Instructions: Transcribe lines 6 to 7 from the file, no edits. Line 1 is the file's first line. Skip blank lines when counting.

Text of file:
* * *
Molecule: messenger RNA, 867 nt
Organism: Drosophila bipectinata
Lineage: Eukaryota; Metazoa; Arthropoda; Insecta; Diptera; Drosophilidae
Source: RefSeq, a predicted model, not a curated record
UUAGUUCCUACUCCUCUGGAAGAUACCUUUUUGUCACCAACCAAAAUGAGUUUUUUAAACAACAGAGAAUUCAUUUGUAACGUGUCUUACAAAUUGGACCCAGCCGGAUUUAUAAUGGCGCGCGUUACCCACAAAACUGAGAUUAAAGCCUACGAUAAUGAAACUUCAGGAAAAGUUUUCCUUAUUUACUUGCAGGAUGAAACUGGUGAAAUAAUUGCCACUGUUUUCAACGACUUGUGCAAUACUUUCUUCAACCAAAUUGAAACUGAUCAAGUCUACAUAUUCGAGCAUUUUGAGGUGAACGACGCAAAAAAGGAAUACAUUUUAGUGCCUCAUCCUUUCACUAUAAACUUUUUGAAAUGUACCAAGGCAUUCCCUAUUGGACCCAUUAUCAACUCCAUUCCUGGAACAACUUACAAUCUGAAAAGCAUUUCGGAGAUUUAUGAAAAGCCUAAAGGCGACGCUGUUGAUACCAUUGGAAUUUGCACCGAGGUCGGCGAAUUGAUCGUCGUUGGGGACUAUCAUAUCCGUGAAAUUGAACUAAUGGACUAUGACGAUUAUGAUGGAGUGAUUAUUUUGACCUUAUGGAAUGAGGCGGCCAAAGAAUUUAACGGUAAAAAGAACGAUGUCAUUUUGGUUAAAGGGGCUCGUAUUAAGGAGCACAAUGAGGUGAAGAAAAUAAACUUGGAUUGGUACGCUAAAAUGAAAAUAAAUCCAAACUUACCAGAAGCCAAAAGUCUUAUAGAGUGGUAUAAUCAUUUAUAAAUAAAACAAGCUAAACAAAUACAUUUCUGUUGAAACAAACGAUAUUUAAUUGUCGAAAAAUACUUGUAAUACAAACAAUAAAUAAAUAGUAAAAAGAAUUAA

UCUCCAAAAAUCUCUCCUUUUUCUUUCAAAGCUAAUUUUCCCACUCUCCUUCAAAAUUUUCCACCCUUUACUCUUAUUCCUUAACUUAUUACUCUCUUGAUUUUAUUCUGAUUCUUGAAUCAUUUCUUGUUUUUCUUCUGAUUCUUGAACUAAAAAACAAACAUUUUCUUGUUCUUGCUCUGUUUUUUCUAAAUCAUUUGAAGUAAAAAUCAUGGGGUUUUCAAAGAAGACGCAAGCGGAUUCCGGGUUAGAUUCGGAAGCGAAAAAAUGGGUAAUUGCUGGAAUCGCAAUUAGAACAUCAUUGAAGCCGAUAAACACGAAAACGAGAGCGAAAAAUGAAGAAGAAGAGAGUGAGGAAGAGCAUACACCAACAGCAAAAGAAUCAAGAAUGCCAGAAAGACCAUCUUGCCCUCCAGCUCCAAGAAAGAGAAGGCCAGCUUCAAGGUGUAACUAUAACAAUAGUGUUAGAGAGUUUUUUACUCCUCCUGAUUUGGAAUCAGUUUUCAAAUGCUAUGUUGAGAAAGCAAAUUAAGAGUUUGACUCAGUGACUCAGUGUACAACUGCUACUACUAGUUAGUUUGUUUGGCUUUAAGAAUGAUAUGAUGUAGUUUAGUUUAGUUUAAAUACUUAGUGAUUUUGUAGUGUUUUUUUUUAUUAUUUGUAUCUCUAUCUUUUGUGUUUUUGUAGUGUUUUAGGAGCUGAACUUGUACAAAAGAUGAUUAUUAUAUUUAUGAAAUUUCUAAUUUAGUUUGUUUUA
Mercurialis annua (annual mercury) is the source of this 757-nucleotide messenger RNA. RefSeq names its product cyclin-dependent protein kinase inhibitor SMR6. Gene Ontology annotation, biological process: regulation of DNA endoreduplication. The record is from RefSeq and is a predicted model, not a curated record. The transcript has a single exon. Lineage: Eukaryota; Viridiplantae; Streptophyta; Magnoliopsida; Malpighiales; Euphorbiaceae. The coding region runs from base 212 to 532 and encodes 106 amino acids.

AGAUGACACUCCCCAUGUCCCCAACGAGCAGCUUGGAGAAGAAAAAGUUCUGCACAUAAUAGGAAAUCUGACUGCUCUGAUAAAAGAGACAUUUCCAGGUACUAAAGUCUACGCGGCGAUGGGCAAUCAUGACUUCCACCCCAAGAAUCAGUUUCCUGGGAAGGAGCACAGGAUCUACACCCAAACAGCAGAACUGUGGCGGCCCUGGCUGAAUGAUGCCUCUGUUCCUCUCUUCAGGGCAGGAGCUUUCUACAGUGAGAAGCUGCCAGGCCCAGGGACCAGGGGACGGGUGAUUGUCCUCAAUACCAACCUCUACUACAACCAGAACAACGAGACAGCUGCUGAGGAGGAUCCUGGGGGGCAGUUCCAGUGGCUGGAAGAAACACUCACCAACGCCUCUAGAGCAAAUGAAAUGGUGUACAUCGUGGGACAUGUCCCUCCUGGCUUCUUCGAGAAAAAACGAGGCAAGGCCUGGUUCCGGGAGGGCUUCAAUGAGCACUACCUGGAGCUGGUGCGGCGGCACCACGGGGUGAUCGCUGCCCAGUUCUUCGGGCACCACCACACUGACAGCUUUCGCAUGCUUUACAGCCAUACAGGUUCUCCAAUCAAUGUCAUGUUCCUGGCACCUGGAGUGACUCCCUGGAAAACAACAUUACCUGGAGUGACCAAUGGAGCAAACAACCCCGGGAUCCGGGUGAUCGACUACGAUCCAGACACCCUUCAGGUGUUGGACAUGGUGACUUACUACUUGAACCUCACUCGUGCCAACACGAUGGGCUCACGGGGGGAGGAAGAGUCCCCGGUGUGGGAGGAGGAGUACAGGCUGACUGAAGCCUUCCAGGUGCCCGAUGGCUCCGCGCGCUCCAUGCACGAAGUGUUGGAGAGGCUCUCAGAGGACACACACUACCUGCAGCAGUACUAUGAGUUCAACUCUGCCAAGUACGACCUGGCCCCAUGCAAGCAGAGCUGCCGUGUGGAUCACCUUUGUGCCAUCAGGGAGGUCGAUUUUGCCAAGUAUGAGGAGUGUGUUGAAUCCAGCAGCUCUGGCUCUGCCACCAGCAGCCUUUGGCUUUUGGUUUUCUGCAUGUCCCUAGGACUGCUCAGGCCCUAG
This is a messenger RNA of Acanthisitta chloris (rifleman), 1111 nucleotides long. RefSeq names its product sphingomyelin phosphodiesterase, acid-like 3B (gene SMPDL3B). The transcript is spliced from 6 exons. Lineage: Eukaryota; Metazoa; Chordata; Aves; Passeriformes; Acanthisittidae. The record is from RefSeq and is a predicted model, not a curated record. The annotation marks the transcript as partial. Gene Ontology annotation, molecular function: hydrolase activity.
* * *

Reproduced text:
UCUCCAAAAAUCUCUCCUUUUUCUUUCAAAGCUAAUUUUCCCACUCUCCUUCAAAAUUUUCCACCCUUUACUCUUAUUCCUUAACUUAUUACUCUCUUGAUUUUAUUCUGAUUCUUGAAUCAUUUCUUGUUUUUCUUCUGAUUCUUGAACUAAAAAACAAACAUUUUCUUGUUCUUGCUCUGUUUUUUCUAAAUCAUUUGAAGUAAAAAUCAUGGGGUUUUCAAAGAAGACGCAAGCGGAUUCCGGGUUAGAUUCGGAAGCGAAAAAAUGGGUAAUUGCUGGAAUCGCAAUUAGAACAUCAUUGAAGCCGAUAAACACGAAAACGAGAGCGAAAAAUGAAGAAGAAGAGAGUGAGGAAGAGCAUACACCAACAGCAAAAGAAUCAAGAAUGCCAGAAAGACCAUCUUGCCCUCCAGCUCCAAGAAAGAGAAGGCCAGCUUCAAGGUGUAACUAUAACAAUAGUGUUAGAGAGUUUUUUACUCCUCCUGAUUUGGAAUCAGUUUUCAAAUGCUAUGUUGAGAAAGCAAAUUAAGAGUUUGACUCAGUGACUCAGUGUACAACUGCUACUACUAGUUAGUUUGUUUGGCUUUAAGAAUGAUAUGAUGUAGUUUAGUUUAGUUUAAAUACUUAGUGAUUUUGUAGUGUUUUUUUUUAUUAUUUGUAUCUCUAUCUUUUGUGUUUUUGUAGUGUUUUAGGAGCUGAACUUGUACAAAAGAUGAUUAUUAUAUUUAUGAAAUUUCUAAUUUAGUUUGUUUUA
Mercurialis annua (annual mercury) is the source of this 757-nucleotide messenger RNA. RefSeq names its product cyclin-dependent protein kinase inhibitor SMR6. Gene Ontology annotation, biological process: regulation of DNA endoreduplication. The record is from RefSeq and is a predicted model, not a curated record. The transcript has a single exon. Lineage: Eukaryota; Viridiplantae; Streptophyta; Magnoliopsida; Malpighiales; Euphorbiaceae. The coding region runs from base 212 to 532 and encodes 106 amino acids.